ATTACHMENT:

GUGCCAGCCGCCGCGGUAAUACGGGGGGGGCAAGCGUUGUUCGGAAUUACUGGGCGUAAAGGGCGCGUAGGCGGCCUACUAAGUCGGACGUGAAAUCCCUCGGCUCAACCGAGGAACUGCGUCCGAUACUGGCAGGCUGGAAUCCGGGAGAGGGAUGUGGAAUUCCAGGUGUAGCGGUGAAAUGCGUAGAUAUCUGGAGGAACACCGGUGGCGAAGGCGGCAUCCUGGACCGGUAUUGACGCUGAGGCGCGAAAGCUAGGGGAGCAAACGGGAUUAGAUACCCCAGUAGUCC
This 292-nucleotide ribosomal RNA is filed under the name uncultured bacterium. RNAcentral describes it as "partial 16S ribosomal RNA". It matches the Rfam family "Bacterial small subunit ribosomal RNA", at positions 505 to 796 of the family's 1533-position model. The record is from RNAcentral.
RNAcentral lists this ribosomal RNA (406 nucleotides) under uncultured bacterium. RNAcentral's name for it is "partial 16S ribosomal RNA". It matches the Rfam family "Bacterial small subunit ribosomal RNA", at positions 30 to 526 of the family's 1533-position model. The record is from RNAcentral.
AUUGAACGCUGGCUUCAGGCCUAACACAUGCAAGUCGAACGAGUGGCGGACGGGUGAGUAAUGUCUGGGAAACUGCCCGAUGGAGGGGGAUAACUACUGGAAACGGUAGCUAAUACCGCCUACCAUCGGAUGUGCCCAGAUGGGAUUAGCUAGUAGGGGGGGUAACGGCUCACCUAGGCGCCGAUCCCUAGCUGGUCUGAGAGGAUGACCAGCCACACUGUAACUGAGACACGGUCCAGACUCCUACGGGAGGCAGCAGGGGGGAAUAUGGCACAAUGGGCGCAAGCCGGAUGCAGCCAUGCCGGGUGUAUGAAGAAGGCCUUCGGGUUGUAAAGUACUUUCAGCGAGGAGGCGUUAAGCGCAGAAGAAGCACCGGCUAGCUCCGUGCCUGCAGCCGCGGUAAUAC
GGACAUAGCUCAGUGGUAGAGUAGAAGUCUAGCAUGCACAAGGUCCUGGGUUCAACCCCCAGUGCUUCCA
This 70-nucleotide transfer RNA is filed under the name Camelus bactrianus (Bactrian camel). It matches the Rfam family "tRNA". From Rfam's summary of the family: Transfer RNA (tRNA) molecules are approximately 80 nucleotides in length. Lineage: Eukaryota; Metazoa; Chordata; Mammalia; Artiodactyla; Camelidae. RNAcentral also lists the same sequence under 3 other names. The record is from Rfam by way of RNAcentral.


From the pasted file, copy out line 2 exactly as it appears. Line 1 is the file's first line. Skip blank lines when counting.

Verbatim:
This 292-nucleotide ribosomal RNA is filed under the name uncultured bacterium. RNAcentral describes it as "partial 16S ribosomal RNA". It matches the Rfam family "Bacterial small subunit ribosomal RNA", at positions 505 to 796 of the family's 1533-position model. The record is from RNAcentral.